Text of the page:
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A Question of Ethics

page 12



Fossils are rare glimpses of past life. Countless animals die each year but only a few are protected from decay, sheltered in the layers of earth, to become fossils. Even fewer are ever found.

After lying undisturbed for millions of year, exposure at the surface endangers the fossil. Mining, construction, and erosion destroy countless fossils. Wind and water naturaly wear away delicate structures and scatter fragments. A fossil that is discovered by a caring individual and preserved for study is rare.

Fossils are hunted for their scientific, recreational, and economic value. Private companies, individuals, museums, and universities all seek specimens for their collections. Finding, excavating, and preparing specimens are costly. Their value is determined by the market demand, scientific potential, and individual quality.

Laws protect many state and federal lands from unnecessary fossil collecting. (Collecting fossils, stones, plants, and archeological material is prohibited on all parks, preserves, waterways and lands owned by the state of Iowa.) Permits are required in many areas and proposed federal legislation would establish stricter laws over use of paleontological resources. Private lands are not covered by current or proposed laws, but the collector should always receive the landowner's permission before entering private property.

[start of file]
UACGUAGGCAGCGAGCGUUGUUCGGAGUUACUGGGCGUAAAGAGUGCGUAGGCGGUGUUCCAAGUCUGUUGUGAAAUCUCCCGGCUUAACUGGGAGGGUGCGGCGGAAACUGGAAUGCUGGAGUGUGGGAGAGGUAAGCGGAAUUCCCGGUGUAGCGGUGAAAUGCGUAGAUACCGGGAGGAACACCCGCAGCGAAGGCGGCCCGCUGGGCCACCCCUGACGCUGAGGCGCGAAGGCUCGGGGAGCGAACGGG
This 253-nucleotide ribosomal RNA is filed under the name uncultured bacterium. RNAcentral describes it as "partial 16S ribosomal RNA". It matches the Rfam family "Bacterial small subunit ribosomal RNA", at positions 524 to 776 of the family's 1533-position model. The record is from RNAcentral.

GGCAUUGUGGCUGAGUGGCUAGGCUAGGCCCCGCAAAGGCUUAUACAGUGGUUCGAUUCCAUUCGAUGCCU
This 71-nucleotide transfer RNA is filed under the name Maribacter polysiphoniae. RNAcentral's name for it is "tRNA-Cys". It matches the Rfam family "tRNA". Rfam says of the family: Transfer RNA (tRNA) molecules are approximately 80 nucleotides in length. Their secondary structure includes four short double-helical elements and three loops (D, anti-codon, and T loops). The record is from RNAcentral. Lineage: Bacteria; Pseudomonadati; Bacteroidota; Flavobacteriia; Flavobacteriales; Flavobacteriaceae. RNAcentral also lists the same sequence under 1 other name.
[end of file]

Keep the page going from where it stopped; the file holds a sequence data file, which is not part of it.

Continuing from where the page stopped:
A Controversy for Collectors: What should be protected--fossils, or the right to collect fossils? Currently, some Americans propose that congress pass the "Vertebrate Paleontology Protection Act" to limit fossil-collecting on federal lands. They encourage state to pass similar laws.


Supporters of the proposed law argue that vertebrate fossils: 

  • are a non-renewable resource;

  • are part of our natural heritage;

  • have scientific value;

  • properly documented and excavated fossils are of greater significance

To protect these resources, the proposed law would:

  • establish a permit system for all collectors;

  • discourage collecting for private and commercial uses;

  • encourage expansion of the National Paleontological data base;

  • and prohibit the sale of vertebrate fossils collected under federal permit

(The law would not restrict collecting on private land.)


Opponents argue that this proposed law: 

  • will not protect vertebrate fossils that are destroyed by mining

  • duplicates other permit requirements on many federal lands;

  • inhibits amateur collecting, which; encourages future scientists, l

  • locates new fossil sites, and fosters an interest in our natural heritage;

  • and overlooks the value of commercial collecting, which increases the chances of significant discoveries and adds to the pool of available specimens for research and display.


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